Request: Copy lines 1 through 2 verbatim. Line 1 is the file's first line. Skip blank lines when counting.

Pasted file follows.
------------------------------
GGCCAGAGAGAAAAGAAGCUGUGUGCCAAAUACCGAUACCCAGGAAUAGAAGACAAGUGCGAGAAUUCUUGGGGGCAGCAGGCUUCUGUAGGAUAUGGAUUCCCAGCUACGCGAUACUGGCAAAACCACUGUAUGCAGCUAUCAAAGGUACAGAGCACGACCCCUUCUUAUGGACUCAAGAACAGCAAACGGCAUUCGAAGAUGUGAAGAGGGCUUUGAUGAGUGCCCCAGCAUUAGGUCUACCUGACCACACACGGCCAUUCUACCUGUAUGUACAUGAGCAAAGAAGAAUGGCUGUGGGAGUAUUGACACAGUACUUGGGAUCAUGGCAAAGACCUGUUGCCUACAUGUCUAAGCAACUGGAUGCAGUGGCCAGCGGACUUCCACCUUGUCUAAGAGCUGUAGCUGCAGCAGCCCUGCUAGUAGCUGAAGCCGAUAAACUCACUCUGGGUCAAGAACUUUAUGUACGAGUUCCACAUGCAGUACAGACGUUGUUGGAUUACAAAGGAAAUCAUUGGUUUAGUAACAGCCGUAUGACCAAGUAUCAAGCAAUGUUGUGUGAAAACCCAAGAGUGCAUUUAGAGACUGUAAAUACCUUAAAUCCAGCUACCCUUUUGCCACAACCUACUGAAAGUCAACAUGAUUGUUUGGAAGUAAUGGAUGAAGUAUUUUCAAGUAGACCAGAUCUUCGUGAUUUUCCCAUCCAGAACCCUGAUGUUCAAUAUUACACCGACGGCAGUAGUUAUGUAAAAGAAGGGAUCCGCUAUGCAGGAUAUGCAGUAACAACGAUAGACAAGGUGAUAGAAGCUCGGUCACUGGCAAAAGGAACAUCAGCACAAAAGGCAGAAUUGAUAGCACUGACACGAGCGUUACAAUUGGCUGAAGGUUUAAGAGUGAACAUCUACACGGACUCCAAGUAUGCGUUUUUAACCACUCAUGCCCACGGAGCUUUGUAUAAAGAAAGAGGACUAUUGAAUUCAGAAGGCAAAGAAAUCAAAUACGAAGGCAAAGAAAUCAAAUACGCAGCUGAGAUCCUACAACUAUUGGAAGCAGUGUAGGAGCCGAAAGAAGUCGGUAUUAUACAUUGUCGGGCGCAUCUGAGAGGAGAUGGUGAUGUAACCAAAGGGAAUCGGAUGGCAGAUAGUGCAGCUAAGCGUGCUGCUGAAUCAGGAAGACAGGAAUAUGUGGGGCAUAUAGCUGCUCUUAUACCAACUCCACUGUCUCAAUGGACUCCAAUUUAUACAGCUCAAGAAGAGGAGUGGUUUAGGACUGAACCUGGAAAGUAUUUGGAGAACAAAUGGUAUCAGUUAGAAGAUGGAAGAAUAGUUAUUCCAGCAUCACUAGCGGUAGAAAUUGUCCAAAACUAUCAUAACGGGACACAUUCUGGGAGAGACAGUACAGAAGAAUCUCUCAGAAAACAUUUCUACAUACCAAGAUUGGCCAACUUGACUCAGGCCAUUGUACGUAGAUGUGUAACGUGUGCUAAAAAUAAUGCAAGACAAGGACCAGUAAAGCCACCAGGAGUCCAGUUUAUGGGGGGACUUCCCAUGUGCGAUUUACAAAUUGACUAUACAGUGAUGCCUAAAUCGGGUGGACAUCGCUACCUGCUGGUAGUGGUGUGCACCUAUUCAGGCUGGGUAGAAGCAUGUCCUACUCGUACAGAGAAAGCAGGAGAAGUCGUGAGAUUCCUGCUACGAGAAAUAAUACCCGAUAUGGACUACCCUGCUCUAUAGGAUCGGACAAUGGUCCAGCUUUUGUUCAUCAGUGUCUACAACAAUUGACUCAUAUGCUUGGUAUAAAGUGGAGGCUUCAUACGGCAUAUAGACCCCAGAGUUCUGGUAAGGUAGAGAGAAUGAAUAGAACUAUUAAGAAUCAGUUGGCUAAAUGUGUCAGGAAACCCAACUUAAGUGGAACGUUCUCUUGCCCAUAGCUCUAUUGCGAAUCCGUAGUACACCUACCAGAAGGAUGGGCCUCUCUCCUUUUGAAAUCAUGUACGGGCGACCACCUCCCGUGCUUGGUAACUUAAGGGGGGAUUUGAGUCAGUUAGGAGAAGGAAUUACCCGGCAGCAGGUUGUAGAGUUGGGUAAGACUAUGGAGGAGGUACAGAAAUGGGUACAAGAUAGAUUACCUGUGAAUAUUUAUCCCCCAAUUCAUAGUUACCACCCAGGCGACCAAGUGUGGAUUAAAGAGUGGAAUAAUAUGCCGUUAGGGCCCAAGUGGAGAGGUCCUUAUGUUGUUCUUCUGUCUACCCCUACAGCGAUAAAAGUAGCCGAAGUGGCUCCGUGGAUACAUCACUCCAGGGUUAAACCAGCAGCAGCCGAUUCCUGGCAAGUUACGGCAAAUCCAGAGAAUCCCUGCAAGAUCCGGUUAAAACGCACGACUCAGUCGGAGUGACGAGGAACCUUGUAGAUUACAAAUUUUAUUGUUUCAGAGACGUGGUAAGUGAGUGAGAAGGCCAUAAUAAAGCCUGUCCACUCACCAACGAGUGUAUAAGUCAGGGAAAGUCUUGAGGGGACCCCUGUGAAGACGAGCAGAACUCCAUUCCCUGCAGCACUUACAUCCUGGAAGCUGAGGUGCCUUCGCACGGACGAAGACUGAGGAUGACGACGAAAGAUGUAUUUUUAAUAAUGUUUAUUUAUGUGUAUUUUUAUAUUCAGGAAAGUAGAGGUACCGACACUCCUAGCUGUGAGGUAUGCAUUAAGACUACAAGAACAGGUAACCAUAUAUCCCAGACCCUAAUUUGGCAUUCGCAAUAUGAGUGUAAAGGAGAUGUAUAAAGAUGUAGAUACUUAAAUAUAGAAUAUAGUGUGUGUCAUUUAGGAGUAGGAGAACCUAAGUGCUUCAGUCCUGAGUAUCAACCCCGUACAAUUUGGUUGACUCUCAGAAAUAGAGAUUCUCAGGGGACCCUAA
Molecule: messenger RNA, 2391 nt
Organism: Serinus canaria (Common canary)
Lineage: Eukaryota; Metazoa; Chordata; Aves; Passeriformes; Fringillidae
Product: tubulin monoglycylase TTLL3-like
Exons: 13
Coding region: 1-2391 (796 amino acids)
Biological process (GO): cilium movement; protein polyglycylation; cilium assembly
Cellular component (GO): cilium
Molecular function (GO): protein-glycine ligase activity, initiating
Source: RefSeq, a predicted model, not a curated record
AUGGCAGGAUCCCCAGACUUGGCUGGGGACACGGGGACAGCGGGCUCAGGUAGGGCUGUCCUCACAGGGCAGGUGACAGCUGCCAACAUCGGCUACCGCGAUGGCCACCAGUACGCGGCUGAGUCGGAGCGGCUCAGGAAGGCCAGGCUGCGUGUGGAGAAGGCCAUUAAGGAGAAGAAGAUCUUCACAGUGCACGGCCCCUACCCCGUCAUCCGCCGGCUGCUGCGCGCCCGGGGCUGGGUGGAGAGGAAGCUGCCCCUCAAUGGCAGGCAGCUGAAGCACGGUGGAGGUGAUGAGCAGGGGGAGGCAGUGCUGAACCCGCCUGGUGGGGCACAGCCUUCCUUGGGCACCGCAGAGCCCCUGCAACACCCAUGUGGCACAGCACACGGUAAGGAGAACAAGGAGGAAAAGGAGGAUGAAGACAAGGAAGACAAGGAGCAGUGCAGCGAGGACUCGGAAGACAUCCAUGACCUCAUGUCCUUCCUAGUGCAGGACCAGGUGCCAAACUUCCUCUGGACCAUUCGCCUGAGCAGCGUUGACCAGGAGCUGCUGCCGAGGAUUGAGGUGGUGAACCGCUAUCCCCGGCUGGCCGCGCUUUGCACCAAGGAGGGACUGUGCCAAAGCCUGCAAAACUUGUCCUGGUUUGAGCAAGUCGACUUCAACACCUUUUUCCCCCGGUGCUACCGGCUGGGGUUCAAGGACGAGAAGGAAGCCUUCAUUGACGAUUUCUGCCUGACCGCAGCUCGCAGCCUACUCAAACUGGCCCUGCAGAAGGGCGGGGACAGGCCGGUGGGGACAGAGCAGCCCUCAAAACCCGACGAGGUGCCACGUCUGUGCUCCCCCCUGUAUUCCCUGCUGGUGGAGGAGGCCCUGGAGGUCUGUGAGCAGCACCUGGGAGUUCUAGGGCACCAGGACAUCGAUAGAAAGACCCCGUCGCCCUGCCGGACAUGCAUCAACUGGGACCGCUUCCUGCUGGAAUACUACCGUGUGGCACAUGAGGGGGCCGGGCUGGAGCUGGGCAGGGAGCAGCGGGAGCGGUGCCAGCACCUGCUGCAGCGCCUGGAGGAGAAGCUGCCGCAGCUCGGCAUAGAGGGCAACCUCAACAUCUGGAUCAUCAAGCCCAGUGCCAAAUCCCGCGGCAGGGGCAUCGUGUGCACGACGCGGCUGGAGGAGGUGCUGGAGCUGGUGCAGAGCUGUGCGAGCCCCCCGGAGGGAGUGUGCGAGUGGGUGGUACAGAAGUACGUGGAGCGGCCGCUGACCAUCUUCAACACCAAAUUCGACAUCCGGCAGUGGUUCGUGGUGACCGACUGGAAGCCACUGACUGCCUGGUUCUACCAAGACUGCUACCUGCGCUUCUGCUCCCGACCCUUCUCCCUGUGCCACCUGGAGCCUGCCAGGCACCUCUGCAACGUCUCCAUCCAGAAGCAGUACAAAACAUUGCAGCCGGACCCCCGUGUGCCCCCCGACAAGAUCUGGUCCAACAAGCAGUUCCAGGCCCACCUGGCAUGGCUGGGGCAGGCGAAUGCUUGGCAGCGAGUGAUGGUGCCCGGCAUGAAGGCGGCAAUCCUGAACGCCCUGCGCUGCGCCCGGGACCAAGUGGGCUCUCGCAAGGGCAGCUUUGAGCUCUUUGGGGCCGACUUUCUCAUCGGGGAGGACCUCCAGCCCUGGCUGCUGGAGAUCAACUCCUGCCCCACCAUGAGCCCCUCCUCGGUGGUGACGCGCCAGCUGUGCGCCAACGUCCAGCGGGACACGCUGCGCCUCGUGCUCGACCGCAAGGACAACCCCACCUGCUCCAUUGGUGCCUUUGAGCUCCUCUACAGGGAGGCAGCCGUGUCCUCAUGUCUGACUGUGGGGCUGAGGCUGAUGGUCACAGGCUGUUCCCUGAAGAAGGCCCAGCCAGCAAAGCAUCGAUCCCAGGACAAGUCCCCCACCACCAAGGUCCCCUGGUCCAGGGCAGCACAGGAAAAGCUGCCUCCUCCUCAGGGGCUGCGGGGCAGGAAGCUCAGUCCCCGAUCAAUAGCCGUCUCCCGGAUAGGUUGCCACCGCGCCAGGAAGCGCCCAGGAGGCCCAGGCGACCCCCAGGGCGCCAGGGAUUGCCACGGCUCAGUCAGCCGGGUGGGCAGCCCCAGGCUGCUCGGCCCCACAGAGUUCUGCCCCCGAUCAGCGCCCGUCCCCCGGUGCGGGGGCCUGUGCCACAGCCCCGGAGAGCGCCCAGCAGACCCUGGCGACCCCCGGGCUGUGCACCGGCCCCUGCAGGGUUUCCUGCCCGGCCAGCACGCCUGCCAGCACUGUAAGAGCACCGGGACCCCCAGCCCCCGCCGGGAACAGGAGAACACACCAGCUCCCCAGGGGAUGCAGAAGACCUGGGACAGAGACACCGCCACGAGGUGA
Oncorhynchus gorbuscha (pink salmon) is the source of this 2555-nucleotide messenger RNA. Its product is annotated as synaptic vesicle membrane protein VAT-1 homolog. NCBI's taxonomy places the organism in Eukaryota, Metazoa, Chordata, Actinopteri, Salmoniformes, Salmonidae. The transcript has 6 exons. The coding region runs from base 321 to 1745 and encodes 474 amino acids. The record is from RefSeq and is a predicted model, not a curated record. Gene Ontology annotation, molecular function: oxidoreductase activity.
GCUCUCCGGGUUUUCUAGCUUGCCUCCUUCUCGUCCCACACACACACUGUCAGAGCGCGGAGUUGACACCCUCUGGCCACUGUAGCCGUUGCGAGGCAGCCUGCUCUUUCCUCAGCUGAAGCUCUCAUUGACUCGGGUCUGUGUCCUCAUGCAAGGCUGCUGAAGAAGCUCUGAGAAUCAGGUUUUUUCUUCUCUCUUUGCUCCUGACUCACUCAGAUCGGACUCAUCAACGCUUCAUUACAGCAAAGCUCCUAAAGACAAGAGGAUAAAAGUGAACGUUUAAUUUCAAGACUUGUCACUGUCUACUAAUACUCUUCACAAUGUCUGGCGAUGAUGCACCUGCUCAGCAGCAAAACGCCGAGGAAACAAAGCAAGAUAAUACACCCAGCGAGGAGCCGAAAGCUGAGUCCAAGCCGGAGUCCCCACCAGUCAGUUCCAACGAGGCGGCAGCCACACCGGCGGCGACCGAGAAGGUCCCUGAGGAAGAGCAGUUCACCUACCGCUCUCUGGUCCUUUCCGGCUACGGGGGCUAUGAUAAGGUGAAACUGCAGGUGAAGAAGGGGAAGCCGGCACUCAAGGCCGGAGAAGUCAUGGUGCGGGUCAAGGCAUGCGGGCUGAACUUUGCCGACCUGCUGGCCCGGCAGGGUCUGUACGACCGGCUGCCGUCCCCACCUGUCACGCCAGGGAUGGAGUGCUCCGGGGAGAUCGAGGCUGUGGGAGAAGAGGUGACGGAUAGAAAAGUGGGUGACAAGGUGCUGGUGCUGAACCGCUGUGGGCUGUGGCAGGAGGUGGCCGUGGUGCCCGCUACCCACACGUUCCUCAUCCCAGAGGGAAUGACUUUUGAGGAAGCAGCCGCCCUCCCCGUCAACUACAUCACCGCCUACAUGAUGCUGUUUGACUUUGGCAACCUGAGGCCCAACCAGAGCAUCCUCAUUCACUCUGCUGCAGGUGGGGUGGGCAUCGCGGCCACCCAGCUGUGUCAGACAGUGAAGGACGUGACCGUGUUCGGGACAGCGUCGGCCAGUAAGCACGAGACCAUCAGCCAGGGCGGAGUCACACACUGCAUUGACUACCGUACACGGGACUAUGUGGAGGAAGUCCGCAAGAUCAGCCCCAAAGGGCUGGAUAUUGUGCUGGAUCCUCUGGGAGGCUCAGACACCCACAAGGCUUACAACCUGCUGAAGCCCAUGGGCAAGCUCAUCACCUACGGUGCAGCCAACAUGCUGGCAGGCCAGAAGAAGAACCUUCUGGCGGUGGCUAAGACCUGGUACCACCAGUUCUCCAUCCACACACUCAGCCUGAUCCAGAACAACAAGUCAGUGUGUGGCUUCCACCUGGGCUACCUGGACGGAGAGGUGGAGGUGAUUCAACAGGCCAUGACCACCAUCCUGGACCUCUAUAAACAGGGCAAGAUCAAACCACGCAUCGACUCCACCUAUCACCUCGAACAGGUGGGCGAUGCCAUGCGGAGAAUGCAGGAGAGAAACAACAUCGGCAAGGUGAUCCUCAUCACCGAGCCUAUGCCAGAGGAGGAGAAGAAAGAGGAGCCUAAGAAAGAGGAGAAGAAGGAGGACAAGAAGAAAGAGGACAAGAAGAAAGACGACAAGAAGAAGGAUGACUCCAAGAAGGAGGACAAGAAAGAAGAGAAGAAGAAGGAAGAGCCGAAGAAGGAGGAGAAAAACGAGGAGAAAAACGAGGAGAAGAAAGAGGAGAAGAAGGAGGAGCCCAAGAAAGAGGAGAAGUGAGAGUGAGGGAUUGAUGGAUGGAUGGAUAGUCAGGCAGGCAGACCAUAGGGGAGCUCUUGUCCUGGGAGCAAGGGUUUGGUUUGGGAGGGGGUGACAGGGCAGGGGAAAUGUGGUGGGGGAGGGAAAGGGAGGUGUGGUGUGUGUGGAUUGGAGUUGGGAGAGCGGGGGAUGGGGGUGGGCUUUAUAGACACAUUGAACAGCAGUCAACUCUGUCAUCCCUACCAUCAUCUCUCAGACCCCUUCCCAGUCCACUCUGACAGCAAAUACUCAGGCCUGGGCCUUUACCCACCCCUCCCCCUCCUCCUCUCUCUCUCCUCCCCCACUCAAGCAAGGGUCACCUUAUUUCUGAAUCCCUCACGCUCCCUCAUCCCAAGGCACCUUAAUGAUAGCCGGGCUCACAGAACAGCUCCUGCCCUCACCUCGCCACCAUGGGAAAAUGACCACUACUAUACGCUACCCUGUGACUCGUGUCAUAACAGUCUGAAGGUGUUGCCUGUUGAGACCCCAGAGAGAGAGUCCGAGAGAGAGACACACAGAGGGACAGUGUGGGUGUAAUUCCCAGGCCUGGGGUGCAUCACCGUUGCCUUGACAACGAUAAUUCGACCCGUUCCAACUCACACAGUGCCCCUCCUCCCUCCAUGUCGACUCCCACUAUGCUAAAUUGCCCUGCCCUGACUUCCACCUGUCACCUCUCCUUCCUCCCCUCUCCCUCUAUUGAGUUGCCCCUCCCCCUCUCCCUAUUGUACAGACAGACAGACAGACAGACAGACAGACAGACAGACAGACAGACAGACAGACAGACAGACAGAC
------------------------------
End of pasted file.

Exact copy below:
GGCCAGAGAGAAAAGAAGCUGUGUGCCAAAUACCGAUACCCAGGAAUAGAAGACAAGUGCGAGAAUUCUUGGGGGCAGCAGGCUUCUGUAGGAUAUGGAUUCCCAGCUACGCGAUACUGGCAAAACCACUGUAUGCAGCUAUCAAAGGUACAGAGCACGACCCCUUCUUAUGGACUCAAGAACAGCAAACGGCAUUCGAAGAUGUGAAGAGGGCUUUGAUGAGUGCCCCAGCAUUAGGUCUACCUGACCACACACGGCCAUUCUACCUGUAUGUACAUGAGCAAAGAAGAAUGGCUGUGGGAGUAUUGACACAGUACUUGGGAUCAUGGCAAAGACCUGUUGCCUACAUGUCUAAGCAACUGGAUGCAGUGGCCAGCGGACUUCCACCUUGUCUAAGAGCUGUAGCUGCAGCAGCCCUGCUAGUAGCUGAAGCCGAUAAACUCACUCUGGGUCAAGAACUUUAUGUACGAGUUCCACAUGCAGUACAGACGUUGUUGGAUUACAAAGGAAAUCAUUGGUUUAGUAACAGCCGUAUGACCAAGUAUCAAGCAAUGUUGUGUGAAAACCCAAGAGUGCAUUUAGAGACUGUAAAUACCUUAAAUCCAGCUACCCUUUUGCCACAACCUACUGAAAGUCAACAUGAUUGUUUGGAAGUAAUGGAUGAAGUAUUUUCAAGUAGACCAGAUCUUCGUGAUUUUCCCAUCCAGAACCCUGAUGUUCAAUAUUACACCGACGGCAGUAGUUAUGUAAAAGAAGGGAUCCGCUAUGCAGGAUAUGCAGUAACAACGAUAGACAAGGUGAUAGAAGCUCGGUCACUGGCAAAAGGAACAUCAGCACAAAAGGCAGAAUUGAUAGCACUGACACGAGCGUUACAAUUGGCUGAAGGUUUAAGAGUGAACAUCUACACGGACUCCAAGUAUGCGUUUUUAACCACUCAUGCCCACGGAGCUUUGUAUAAAGAAAGAGGACUAUUGAAUUCAGAAGGCAAAGAAAUCAAAUACGAAGGCAAAGAAAUCAAAUACGCAGCUGAGAUCCUACAACUAUUGGAAGCAGUGUAGGAGCCGAAAGAAGUCGGUAUUAUACAUUGUCGGGCGCAUCUGAGAGGAGAUGGUGAUGUAACCAAAGGGAAUCGGAUGGCAGAUAGUGCAGCUAAGCGUGCUGCUGAAUCAGGAAGACAGGAAUAUGUGGGGCAUAUAGCUGCUCUUAUACCAACUCCACUGUCUCAAUGGACUCCAAUUUAUACAGCUCAAGAAGAGGAGUGGUUUAGGACUGAACCUGGAAAGUAUUUGGAGAACAAAUGGUAUCAGUUAGAAGAUGGAAGAAUAGUUAUUCCAGCAUCACUAGCGGUAGAAAUUGUCCAAAACUAUCAUAACGGGACACAUUCUGGGAGAGACAGUACAGAAGAAUCUCUCAGAAAACAUUUCUACAUACCAAGAUUGGCCAACUUGACUCAGGCCAUUGUACGUAGAUGUGUAACGUGUGCUAAAAAUAAUGCAAGACAAGGACCAGUAAAGCCACCAGGAGUCCAGUUUAUGGGGGGACUUCCCAUGUGCGAUUUACAAAUUGACUAUACAGUGAUGCCUAAAUCGGGUGGACAUCGCUACCUGCUGGUAGUGGUGUGCACCUAUUCAGGCUGGGUAGAAGCAUGUCCUACUCGUACAGAGAAAGCAGGAGAAGUCGUGAGAUUCCUGCUACGAGAAAUAAUACCCGAUAUGGACUACCCUGCUCUAUAGGAUCGGACAAUGGUCCAGCUUUUGUUCAUCAGUGUCUACAACAAUUGACUCAUAUGCUUGGUAUAAAGUGGAGGCUUCAUACGGCAUAUAGACCCCAGAGUUCUGGUAAGGUAGAGAGAAUGAAUAGAACUAUUAAGAAUCAGUUGGCUAAAUGUGUCAGGAAACCCAACUUAAGUGGAACGUUCUCUUGCCCAUAGCUCUAUUGCGAAUCCGUAGUACACCUACCAGAAGGAUGGGCCUCUCUCCUUUUGAAAUCAUGUACGGGCGACCACCUCCCGUGCUUGGUAACUUAAGGGGGGAUUUGAGUCAGUUAGGAGAAGGAAUUACCCGGCAGCAGGUUGUAGAGUUGGGUAAGACUAUGGAGGAGGUACAGAAAUGGGUACAAGAUAGAUUACCUGUGAAUAUUUAUCCCCCAAUUCAUAGUUACCACCCAGGCGACCAAGUGUGGAUUAAAGAGUGGAAUAAUAUGCCGUUAGGGCCCAAGUGGAGAGGUCCUUAUGUUGUUCUUCUGUCUACCCCUACAGCGAUAAAAGUAGCCGAAGUGGCUCCGUGGAUACAUCACUCCAGGGUUAAACCAGCAGCAGCCGAUUCCUGGCAAGUUACGGCAAAUCCAGAGAAUCCCUGCAAGAUCCGGUUAAAACGCACGACUCAGUCGGAGUGACGAGGAACCUUGUAGAUUACAAAUUUUAUUGUUUCAGAGACGUGGUAAGUGAGUGAGAAGGCCAUAAUAAAGCCUGUCCACUCACCAACGAGUGUAUAAGUCAGGGAAAGUCUUGAGGGGACCCCUGUGAAGACGAGCAGAACUCCAUUCCCUGCAGCACUUACAUCCUGGAAGCUGAGGUGCCUUCGCACGGACGAAGACUGAGGAUGACGACGAAAGAUGUAUUUUUAAUAAUGUUUAUUUAUGUGUAUUUUUAUAUUCAGGAAAGUAGAGGUACCGACACUCCUAGCUGUGAGGUAUGCAUUAAGACUACAAGAACAGGUAACCAUAUAUCCCAGACCCUAAUUUGGCAUUCGCAAUAUGAGUGUAAAGGAGAUGUAUAAAGAUGUAGAUACUUAAAUAUAGAAUAUAGUGUGUGUCAUUUAGGAGUAGGAGAACCUAAGUGCUUCAGUCCUGAGUAUCAACCCCGUACAAUUUGGUUGACUCUCAGAAAUAGAGAUUCUCAGGGGACCCUAA
Molecule: messenger RNA, 2391 nt